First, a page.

Paper No. 6
Presentation Time: 9:15 AM


BUZAS, Martin A., Department of Paleobiology, Smithsonian Institution, Washington, DC 20024, HAYEK, Lee-Ann C., Chief Mathematical Statistician, Smithsonian Institution, National Museum of Natural History, MRC-121, Washington, DC 20560-0121, CULVER, Stephen J., Department of Geological Sciences, East Carolina University, Greenville, NC 27858, HAYWARD, Bruce W., Geomarine Research, 49 Swainston Rd, Auckland, New Zealand and OSTERMAN, Lisa E., St. Petersburg Coastal and Marine Science Center, U.S. Geological Survey, 600 Fourth St. South, St. Petersburg, FL 33701,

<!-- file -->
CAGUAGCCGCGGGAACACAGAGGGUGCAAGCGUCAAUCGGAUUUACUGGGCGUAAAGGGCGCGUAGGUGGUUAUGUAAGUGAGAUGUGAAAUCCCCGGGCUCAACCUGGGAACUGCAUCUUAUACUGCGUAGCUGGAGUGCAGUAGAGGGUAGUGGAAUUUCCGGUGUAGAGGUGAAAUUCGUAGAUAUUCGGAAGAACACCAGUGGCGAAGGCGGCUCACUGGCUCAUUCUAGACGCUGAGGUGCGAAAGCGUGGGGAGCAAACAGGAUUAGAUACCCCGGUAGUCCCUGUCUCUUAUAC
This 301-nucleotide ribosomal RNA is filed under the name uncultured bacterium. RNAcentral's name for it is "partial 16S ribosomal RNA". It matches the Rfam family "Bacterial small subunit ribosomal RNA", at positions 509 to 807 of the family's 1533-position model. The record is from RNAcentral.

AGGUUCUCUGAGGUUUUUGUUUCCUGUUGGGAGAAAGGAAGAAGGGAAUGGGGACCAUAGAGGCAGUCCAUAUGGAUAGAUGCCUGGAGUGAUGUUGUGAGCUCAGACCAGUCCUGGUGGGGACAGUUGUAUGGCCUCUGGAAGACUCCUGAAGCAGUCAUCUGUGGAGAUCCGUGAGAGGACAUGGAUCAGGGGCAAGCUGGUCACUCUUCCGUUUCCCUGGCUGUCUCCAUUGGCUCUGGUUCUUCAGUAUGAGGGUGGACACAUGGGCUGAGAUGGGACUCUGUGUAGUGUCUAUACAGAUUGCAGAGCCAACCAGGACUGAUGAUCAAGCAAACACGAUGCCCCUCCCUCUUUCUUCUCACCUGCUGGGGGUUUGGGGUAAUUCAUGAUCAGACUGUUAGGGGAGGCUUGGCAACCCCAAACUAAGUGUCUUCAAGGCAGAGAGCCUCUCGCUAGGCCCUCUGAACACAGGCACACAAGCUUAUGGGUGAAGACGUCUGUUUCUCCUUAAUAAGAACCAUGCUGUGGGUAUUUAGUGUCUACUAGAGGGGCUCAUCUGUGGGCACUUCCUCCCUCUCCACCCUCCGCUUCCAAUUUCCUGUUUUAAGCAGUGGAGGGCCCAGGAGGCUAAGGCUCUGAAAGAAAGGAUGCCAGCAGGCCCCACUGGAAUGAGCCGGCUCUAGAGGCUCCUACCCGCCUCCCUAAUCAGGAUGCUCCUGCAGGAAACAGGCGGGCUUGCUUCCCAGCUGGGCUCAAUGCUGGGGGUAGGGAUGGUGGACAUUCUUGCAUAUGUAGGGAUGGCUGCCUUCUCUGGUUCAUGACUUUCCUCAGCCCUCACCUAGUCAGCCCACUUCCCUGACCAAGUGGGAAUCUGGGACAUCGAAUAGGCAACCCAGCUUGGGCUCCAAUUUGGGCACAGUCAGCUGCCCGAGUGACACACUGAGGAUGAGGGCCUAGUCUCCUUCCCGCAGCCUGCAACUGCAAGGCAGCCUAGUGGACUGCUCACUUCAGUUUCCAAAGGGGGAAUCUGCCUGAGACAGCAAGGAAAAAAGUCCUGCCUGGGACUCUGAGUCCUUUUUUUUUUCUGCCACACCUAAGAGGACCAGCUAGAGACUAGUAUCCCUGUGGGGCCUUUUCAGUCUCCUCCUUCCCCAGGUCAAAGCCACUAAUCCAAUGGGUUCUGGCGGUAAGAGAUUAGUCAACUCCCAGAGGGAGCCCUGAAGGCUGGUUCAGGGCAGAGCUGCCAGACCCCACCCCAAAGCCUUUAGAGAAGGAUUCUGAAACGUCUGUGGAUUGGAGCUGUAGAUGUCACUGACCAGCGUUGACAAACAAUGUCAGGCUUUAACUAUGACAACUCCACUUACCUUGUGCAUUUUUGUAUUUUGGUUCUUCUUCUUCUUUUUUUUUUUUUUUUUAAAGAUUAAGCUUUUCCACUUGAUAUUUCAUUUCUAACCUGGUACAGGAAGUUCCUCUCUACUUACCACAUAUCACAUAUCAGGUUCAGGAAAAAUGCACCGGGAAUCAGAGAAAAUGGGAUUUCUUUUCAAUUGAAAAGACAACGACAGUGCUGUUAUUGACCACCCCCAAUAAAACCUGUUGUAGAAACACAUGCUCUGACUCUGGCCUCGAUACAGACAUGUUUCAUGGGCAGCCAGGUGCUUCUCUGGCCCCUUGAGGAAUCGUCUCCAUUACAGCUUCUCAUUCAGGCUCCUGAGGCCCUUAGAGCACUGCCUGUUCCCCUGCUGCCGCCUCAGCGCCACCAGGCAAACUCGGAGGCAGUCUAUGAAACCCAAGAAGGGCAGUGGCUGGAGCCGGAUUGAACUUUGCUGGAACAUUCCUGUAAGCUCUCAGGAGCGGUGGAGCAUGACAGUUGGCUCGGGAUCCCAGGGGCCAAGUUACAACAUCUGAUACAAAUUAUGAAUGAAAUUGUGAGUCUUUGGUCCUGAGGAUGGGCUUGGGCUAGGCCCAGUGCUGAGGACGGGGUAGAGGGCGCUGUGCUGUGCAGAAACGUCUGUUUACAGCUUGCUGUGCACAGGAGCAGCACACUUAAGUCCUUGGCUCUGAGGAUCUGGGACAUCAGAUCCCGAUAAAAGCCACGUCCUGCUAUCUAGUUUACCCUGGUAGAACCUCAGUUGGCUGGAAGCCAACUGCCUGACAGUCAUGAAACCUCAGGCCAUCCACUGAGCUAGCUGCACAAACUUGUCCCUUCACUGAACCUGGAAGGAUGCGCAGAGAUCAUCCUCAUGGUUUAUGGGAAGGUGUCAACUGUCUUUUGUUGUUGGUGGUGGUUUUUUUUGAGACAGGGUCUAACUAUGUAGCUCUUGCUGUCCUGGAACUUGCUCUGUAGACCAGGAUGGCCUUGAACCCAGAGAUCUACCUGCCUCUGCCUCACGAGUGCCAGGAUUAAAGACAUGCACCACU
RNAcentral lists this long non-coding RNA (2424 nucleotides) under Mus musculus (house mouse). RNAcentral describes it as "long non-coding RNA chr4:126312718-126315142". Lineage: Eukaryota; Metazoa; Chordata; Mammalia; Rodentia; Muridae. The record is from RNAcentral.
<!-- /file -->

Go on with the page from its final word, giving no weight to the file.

Biodiversity stasis exists when stations along a traverse exhibit no change in diversity. For stasis, If N, the number of individuals, is constant at each station , then, S, species richness and H, the information function, will also be constant. Because rare species appear at only one or a few stations, as N and S are accumulated by station, the accumulated total number of species in a traverse will exceed the number at each station. The Log series distribution serves as a null model for this situation. For a Log series S increases with accumulating N at a semi-log rate, but H remains constant. The regression H = β0H + β1HlnN expresses the relationship of H with accumulating N where β0H is a constant and β1H is the regression coefficient expressing the rate of change between-station (habitat) diversity. At stasis β1H = 0 and there is no biodiversity gradient. When β1H is positive S accumulates at a higher rate than for a Log series and there is a positive gradient. Consequently, although two areas may contain the same number of species per station, the area with higher between-station diversity will contain more overall species. We divided the deep-sea into two categories: 200 – 1500 m and > 1500 m. The β1H coefficient was examined for benthic foraminifera between 333 stations within 49 communities from New Zealand, the South Atlantic Ocean, Gulf of Mexico, Norwegian Sea and the Arctic Ocean. Β1H-diversity exhibits no evidence of regional differences. Instead, higher values at shallower depths are observed world-wide. At depths > 1500 m the average β1H is zero, indicating stasis or no biodiversity gradient. This difference in β1H-diversity explains why, despite species richness often being greater per station at deeper depths, the total number of species is greater at shallower depths. The greater number of communities and higher rate of evolution resulting in shorter species durations at shallower depths is also consistent with higher β1H values.